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By Catholic News Service

cns-logoWASHINGTON (CNS) — The Supreme Court Jan. 16 agreed to hear four cases over the constitutionality of same-sex marriage, tackling the questions of whether the 14th Amendment requires states to allow such marriages and whether it requires them to recognize same-sex marriages licensed in other states.

In brief orders, the court accepted petitions from Tennessee, Michigan, Kentucky and Ohio, consolidating them into one hearing that will be held probably in late April, meaning a decision would likely come before the end of the term in late June. The court allotted an unusually lengthy period of time for oral arguments, two and a half hours, compared to a typical 60-minute period. Continue Reading »

By Francis X. Rocca
Catholic News Service

Pope Francis accepts a gift from Sri Lankan President Maithripala Sirisena during a visit in a presidential office in Colombo, Sri Lanka, Jan. 13. (CNS photo/Paul Haring)

Pope Francis accepts a gift from Sri Lankan President Maithripala Sirisena during a visit in a presidential office in Colombo, Sri Lanka, Jan. 13. (CNS photo/Paul Haring)

COLOMBO, Sri Lanka (CNS) — Arriving in Sri Lanka, a country recovering from two-and-a-half decades of ethnic and religious civil war, Pope Francis said reconciliation would require its people to explore their painful recent history and accept persistent differences within their multicultural society.

“The process of healing also needs to include the pursuit of truth, not for the sake of opening old wounds, but rather as a necessary means of promoting justice, healing and unity,” the pope said Jan. 13 at an arrival ceremony at Colombo’s international airport.

Pope Francis addressed his words to Sri Lanka’s new president, Maithripala Sirisena, who was elected Jan. 8 and sworn in the next day. During his campaign, Sirisena promised an independent investigation into war crimes allegedly committed during the 26-year struggle between government forces and rebels belonging to the country’s Tamil minority. Continue Reading »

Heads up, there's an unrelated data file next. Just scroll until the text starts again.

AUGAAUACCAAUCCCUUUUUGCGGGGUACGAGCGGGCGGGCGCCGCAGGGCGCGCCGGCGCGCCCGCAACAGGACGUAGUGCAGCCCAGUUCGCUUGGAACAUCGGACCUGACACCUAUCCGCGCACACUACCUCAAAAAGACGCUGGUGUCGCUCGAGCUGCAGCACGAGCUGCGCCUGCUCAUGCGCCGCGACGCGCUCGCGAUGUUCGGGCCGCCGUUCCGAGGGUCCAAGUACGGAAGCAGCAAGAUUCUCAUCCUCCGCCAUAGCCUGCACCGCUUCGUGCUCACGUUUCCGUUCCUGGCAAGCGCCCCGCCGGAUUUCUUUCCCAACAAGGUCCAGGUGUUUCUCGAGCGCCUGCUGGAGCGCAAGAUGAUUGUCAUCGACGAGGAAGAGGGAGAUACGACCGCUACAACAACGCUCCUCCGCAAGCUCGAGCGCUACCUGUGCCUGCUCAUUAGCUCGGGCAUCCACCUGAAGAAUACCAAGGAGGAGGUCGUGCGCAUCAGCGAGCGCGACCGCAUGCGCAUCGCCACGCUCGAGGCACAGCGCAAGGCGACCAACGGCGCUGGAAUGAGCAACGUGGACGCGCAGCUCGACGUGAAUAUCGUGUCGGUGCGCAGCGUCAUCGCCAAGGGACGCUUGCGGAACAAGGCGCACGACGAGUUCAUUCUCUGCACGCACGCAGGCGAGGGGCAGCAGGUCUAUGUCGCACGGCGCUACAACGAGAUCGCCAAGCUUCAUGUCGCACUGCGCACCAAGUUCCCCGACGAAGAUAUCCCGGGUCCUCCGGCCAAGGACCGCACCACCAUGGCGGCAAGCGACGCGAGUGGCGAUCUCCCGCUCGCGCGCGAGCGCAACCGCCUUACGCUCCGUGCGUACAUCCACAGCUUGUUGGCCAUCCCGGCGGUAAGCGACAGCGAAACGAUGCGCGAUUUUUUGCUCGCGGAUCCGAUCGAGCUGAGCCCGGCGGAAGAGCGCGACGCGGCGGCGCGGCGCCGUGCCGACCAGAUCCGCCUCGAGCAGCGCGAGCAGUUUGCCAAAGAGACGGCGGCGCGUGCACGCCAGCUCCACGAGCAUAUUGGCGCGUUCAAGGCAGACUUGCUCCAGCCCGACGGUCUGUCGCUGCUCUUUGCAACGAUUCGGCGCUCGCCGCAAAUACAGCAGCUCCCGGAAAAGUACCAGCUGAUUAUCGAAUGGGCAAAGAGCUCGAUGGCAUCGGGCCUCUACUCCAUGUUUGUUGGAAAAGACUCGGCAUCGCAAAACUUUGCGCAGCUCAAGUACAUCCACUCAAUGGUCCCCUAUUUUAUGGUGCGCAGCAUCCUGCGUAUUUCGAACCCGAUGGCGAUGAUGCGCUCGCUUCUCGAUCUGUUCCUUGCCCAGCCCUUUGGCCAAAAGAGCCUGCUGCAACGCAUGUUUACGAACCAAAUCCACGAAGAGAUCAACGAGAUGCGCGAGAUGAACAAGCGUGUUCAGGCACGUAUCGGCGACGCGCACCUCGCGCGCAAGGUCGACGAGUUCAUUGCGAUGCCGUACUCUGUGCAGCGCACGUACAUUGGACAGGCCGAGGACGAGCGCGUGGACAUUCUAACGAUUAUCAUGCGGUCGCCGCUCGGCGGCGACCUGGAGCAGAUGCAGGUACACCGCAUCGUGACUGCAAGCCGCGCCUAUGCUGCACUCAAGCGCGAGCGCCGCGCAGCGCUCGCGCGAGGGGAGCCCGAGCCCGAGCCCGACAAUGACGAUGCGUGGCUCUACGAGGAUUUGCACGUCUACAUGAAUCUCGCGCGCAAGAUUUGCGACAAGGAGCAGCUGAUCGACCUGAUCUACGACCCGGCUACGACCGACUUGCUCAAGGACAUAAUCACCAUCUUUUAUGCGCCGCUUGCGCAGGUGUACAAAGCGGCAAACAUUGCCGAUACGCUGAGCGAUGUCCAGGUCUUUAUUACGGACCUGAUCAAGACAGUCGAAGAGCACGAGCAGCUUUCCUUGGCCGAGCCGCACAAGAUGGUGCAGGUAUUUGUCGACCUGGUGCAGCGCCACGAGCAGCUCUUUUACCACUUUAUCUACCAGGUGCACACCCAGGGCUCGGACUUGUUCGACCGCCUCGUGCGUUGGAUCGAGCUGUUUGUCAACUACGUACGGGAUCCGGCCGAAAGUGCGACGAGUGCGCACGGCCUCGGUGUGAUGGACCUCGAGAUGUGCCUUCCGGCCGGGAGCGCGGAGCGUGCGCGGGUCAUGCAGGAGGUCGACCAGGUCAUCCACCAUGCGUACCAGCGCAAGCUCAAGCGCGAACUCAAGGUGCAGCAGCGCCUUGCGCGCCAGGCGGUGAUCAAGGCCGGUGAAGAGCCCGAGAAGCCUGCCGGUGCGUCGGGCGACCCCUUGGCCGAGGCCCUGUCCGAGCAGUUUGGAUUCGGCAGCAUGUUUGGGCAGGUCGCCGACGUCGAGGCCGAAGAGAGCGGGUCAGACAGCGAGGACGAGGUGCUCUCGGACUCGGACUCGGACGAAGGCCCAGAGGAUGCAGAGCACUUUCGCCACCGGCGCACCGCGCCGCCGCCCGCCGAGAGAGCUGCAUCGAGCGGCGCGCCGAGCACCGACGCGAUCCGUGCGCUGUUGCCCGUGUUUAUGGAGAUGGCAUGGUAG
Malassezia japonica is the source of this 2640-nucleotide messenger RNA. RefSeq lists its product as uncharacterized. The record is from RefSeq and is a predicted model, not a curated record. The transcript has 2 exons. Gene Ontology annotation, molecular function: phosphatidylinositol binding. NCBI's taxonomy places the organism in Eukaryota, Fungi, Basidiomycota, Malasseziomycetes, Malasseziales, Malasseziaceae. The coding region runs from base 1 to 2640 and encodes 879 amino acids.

Salvadoran Archbishop Oscar Romero is pictured in a 1979 photo in San Salvador. A panel of theologians advising the Vatican's Congregation for Saints' Causes voted unanimously Jan. 8 to recognize the late Salvadoran archbishop as a martyr, according to the newspaper of the Italian bishops' conference. (CNS photo/Octavio Duran)

Salvadoran Archbishop Oscar Romero is pictured in a 1979 photo in San Salvador. A panel of theologians advising the Vatican’s Congregation for Saints’ Causes voted unanimously Jan. 8 to recognize the late Salvadoran archbishop as a martyr, according to the newspaper of the Italian bishops’ conference. (CNS photo/Octavio Duran)

By Chaz Muth
Catholic News Service

NOTRE DAME, Ind. (CNS) — Scholars who have studied the life of murdered Salvadoran Archbishop Oscar Romero say a reading of the tea leaves suggest advancement of his sainthood cause is imminent.

The new is being met with jubilation by many Romero researchers and with mixed emotions by Salvadorans.

Supporters of the cause for Romero’s canonization have been frustrated for years by what they view as a stalled effort.

However, the cause now appears to have momentum, and a soon-to-come beatification or sainthood announcement “would be a great day for us,” said Damian Zynda, an Archbishop Romero researcher who is a faculty member with Christian Spirituality Program at Creighton University.

Zynda was among several scholars Catholic News Service interviewed during the annual International Conference on Archbishop Oscar Romero at the University of Notre Dame in September. Continue Reading »